Nazalee O’Hearn, a fundraiser with the Clinic, said the team is not driven by “hitting a number,” but by doing the right work. In an environment driven by individual metrics, she says, the focus can easily become activity for activity’s sake. This detracts from doing the highest, best level of work. A “typical” visit goal, for example, only considers how many visits were completed by the fundraiser and doesn’t factor in whether those visits were with the right people. Using OKRs has helped clarify the higher purpose of their work. Rather than counting visits, the OKRs focus on increasing the interaction between fundraisers and donors, especially at key points in the gift cycle. 

In terms of outcomes, the results go beyond just a cultural transformation. While the enterprise-wide adoption of OKRs is still in its first year, a few of the fundraising teams at the Clinic have been working under team goals rather than individual goals for the past two years. Those teams are blowing away expectations and significantly increasing fundraising productivity — without increasing staff.

Additionally, because the core tenets of the OKR method include transparency and frequent reporting of results, the Clinic uses a Tableau dashboard to display progress toward goals. Within the Philanthropy Institute, OKRs are visible to everyone on the team; this helps focus the team on the essential work and makes it clear how each team is contributing to the organizational objectives. Further, it is easy to tell where individual success is happening, and those team members can share their methods with colleagues as a way to elevate group performance.

O’Hearn described a complete change in her day-to-day portfolio management practices as a result of the dashboards. She was quick to share that she has not always embraced technology. The thought of having to wade through lots of data and lists was not an attractive proposition, and the process often felt clunky and inefficient. However, the new dashboards provide not only ease — especially with the option to have content pushed to your inbox — but clarity. Now, rather than having to struggle through a bloated portfolio full of people who haven’t been contacted, O’Hearn works with a highly-focused list of prospects and spends her time ensuring the right work is happening with those prospects. “Behavior dictates habits,” she says, and these tools have helped her develop the discipline of using the data to guide her work. Her prospect interaction score is among the highest in the organization.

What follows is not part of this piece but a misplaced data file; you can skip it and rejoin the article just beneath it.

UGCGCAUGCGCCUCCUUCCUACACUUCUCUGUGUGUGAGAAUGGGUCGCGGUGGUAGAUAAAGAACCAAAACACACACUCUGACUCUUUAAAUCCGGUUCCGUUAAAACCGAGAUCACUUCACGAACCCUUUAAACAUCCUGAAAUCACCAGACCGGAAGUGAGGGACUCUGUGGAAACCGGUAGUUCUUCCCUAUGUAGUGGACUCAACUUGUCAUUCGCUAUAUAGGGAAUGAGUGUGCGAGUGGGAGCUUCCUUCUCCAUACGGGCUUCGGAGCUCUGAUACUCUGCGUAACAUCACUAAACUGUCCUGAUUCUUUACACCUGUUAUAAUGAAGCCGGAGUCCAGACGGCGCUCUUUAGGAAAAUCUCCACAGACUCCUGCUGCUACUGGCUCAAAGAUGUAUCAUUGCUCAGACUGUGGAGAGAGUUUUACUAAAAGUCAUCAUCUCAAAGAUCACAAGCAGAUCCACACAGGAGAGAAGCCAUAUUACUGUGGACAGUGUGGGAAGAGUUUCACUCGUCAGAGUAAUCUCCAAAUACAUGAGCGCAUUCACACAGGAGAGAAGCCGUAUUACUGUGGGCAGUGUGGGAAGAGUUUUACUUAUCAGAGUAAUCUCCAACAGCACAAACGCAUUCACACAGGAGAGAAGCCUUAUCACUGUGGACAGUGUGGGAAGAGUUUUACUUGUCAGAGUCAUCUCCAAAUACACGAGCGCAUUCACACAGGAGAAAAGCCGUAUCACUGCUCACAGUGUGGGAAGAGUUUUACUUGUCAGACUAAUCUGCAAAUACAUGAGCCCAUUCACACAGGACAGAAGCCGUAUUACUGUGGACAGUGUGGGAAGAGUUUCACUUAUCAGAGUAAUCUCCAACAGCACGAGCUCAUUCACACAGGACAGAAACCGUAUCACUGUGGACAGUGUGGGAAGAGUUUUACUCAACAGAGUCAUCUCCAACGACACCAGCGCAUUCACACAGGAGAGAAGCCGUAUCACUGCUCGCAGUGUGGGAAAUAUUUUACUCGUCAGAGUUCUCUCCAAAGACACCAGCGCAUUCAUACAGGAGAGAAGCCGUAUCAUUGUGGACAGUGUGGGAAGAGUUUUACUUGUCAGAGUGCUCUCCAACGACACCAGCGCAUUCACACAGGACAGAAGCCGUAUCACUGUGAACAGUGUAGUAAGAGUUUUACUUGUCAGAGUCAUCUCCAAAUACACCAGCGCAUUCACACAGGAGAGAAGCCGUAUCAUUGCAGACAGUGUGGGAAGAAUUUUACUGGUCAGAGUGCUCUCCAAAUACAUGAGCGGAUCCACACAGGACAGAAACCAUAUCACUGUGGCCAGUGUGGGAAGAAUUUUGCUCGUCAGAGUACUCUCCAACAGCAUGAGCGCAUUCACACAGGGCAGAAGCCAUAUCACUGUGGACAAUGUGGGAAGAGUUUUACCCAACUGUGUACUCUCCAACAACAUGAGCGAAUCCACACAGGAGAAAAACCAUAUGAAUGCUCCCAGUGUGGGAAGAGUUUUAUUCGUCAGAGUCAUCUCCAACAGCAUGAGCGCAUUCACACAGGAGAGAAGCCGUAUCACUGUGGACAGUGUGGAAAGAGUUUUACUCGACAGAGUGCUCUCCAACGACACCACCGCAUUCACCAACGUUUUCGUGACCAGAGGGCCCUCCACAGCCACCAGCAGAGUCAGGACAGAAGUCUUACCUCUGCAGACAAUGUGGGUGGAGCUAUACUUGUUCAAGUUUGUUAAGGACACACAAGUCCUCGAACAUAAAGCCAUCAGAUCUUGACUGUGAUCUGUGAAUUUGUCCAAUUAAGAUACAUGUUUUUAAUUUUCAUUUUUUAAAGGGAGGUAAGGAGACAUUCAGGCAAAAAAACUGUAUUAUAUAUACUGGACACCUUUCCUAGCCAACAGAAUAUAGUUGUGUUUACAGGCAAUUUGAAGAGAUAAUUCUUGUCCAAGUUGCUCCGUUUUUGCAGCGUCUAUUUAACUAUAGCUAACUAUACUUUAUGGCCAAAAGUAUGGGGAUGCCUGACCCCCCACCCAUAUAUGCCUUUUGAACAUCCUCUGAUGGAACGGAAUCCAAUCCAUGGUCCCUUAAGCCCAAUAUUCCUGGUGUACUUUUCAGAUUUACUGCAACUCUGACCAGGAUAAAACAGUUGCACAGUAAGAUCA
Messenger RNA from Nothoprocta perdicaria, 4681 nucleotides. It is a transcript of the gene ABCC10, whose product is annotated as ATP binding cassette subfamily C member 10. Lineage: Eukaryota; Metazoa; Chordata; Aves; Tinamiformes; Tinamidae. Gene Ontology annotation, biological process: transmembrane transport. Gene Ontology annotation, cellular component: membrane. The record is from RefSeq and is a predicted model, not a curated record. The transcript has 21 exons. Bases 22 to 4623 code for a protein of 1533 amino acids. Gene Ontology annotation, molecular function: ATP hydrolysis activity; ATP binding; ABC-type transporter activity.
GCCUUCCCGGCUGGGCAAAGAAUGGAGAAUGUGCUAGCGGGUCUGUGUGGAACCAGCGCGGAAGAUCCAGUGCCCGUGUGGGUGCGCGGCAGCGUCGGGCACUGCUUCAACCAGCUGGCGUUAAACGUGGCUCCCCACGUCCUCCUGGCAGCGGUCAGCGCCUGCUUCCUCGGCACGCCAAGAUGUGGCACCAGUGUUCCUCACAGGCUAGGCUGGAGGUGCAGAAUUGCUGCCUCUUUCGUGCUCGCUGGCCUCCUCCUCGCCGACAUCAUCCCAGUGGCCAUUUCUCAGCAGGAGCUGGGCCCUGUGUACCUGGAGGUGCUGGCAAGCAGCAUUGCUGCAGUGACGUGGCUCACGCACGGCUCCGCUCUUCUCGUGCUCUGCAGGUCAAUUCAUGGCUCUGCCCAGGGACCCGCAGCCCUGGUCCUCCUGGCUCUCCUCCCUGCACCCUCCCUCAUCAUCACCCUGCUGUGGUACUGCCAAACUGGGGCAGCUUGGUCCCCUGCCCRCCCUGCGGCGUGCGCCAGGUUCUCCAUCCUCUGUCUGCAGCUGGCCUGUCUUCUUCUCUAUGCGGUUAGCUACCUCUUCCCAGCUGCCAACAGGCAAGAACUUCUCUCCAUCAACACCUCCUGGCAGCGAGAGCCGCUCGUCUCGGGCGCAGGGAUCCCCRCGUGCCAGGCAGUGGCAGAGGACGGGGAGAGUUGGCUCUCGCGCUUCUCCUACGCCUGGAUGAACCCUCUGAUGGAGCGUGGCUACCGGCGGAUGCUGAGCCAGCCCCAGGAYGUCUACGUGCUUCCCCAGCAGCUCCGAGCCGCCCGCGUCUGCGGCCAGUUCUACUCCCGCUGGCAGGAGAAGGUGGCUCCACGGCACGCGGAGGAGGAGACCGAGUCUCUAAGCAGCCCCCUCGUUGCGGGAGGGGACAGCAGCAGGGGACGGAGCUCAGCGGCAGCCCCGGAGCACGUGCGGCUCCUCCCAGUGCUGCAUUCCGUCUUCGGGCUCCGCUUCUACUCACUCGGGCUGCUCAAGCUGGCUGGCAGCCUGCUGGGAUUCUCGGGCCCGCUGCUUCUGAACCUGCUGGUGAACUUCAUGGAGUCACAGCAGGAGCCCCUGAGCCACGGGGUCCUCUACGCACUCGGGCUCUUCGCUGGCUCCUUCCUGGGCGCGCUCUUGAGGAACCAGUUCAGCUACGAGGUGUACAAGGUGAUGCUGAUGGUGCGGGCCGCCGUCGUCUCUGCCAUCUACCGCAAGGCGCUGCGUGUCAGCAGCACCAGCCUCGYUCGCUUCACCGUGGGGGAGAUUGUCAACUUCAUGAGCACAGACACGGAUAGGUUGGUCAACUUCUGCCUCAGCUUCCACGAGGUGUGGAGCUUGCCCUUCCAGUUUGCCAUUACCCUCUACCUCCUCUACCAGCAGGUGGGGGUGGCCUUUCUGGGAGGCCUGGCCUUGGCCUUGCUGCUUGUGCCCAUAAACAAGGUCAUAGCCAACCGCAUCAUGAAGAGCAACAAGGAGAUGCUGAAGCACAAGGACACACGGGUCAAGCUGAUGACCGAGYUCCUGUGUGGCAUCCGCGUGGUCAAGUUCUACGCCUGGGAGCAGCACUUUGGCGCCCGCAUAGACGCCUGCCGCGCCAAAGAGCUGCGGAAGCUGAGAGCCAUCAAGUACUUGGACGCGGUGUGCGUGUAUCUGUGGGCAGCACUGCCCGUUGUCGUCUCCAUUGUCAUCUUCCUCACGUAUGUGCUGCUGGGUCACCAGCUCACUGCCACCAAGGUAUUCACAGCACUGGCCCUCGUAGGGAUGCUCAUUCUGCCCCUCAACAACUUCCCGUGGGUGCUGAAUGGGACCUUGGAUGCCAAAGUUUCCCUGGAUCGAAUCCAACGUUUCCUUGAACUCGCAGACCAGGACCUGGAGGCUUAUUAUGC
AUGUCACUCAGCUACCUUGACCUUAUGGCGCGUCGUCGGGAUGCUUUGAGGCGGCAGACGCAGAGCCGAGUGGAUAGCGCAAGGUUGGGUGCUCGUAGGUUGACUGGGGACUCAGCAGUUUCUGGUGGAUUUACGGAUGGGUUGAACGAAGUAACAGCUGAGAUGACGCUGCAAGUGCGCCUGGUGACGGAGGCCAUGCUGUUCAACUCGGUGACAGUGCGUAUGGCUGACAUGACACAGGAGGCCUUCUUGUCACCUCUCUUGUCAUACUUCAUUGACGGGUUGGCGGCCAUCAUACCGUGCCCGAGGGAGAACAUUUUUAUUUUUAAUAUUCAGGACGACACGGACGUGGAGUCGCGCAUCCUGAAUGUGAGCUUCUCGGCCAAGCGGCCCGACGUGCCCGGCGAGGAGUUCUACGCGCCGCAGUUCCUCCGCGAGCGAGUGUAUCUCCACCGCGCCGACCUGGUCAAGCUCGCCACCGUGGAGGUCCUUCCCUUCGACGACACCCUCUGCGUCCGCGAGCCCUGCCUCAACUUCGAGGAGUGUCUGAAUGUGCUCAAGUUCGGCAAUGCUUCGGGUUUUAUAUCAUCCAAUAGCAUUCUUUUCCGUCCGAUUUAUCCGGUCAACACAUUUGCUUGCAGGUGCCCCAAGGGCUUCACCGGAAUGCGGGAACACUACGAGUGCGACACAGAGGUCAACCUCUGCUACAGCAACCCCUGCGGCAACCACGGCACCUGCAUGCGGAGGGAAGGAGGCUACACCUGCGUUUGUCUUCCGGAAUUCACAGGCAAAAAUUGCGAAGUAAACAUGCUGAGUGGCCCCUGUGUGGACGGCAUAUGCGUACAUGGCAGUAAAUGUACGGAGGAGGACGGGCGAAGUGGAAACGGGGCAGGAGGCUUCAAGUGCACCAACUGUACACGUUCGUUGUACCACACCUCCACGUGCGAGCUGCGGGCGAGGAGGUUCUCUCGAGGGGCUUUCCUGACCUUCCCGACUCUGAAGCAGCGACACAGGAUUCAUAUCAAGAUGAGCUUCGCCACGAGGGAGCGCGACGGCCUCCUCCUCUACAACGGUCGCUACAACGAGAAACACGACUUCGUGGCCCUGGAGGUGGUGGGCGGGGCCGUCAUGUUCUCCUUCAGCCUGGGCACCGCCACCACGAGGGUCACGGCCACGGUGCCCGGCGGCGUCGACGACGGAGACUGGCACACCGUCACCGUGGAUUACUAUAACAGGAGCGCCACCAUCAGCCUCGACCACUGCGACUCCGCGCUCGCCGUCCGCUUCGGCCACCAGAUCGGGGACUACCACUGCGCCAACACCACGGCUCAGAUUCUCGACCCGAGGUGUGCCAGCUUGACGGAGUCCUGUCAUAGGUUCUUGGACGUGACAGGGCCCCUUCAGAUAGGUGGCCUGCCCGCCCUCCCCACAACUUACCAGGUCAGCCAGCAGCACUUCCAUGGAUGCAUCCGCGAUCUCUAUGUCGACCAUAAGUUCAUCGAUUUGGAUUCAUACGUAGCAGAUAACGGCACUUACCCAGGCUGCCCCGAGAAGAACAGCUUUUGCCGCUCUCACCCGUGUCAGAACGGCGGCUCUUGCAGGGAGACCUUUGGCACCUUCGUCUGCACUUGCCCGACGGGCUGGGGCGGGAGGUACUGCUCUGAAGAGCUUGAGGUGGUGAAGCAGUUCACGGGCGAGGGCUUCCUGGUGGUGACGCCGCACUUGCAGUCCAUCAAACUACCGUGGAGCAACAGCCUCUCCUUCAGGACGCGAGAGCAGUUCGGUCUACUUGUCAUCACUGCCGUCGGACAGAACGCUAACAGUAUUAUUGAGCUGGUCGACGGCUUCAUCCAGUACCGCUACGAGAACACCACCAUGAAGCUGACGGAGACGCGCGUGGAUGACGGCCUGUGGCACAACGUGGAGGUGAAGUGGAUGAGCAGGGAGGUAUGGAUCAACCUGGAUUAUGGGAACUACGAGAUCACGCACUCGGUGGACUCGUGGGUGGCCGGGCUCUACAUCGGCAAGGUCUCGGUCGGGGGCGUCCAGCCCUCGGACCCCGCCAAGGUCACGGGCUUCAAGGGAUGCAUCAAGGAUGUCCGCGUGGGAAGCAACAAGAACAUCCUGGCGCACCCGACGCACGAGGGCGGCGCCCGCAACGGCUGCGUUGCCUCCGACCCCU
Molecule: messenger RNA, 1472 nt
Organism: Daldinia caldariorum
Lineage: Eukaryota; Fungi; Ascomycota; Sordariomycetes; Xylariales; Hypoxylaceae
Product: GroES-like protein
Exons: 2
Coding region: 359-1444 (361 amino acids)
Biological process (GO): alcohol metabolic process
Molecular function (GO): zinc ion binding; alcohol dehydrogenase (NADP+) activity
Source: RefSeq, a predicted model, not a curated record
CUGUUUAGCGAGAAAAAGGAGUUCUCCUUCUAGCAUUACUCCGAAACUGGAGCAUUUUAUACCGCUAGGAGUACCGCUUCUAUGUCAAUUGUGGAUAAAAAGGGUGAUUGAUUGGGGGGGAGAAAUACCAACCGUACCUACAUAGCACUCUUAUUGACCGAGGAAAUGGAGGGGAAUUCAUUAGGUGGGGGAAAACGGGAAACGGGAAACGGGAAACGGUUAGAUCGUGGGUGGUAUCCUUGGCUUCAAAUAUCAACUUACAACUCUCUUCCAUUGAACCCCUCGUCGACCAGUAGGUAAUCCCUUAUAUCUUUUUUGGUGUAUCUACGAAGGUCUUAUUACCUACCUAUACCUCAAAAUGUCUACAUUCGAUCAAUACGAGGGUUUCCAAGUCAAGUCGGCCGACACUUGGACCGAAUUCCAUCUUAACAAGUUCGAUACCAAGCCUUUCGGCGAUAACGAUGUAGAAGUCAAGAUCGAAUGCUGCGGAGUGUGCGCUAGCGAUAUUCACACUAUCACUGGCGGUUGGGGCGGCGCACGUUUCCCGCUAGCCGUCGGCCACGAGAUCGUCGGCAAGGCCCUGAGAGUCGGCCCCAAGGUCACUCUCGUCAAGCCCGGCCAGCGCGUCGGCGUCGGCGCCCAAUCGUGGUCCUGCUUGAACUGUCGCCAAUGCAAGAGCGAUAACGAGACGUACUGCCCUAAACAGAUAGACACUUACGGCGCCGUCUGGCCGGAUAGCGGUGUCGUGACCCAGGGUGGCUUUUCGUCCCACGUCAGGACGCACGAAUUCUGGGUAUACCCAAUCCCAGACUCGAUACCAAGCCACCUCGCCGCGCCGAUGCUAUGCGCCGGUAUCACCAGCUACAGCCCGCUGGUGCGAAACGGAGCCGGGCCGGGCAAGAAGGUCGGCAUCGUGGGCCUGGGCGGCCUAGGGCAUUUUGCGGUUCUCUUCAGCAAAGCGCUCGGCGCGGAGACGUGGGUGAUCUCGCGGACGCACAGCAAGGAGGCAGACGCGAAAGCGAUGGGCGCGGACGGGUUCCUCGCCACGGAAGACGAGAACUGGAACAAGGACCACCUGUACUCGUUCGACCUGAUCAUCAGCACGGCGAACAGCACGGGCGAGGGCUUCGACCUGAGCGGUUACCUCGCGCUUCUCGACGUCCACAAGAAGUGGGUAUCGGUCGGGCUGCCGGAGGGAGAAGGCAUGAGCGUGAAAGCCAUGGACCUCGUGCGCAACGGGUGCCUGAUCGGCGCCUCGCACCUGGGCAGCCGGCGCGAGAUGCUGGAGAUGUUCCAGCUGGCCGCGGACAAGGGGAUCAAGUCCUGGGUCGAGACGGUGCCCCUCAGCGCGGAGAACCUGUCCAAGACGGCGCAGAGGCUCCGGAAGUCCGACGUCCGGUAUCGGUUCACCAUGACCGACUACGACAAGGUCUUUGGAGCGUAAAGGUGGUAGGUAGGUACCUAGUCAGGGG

Outside of the frontline fundraisers, OKRs help focus the Institute’s operational teams on the work that will be most impactful in achieving the organizational objectives. For the RPMSA team, this has driven innovation in its work. It also helps engage the team think from an organizational perspective or determine how their work can directly help achieve organizational objectives. Every RPMSA team member is given oversight of an OKR. Projects that have come out of this process have included creating a research section in the CRM; integrating the email platform with CRM; aggregating SEC information and alerts and matching it up to records; developing an online donation system integrated with CRM; a text messaging system for fundraisers; new dashboards; and the prospect interaction score. 

One element that has made the Clinic’s transition to OKRs smooth is that about 80% of the reporting is largely automated through Tableau dashboards. The easy access and clear presentation of data is a key part of implementing this methodology. The transparency goes beyond the Philanthropy Institute, too. OKRs are visible throughout the entire Cleveland Clinic enterprise, and every division’s objectives tie into its four organizational pillars. 

Looking ahead, the Philanthropy Institute will be working to automate its OKR reporting further, and to continue fostering both innovation and collaboration. As it relates to large, transformational gifts, the Clinic has recognized the importance of team cohesion in closing these gifts. They recently received an eight-figure gift from a donor who was first identified by analytics several years ago — and it took the collaboration of many colleagues for several years to secure that gift. Actively looking for methods to increase collaboration is something the Clinic will be exploring in the coming years. The adoption of an organizational mindset using OKRs is a sure step in that process.

What do you think? Has your organization adopted OKRs? Are other goal-setting approaches that work well for your institution? Comment below or tweet using #HowWeGoal to let us know what you are doing! 

 

  

Recent Stories
Get in on the Conversation: Notes from PD 2019 Group Discussions

Apra PD 2019 Group Discussions

Apra DAS Group Discussion Recap: What Does “Big Data” Mean for Fundraising Analytics?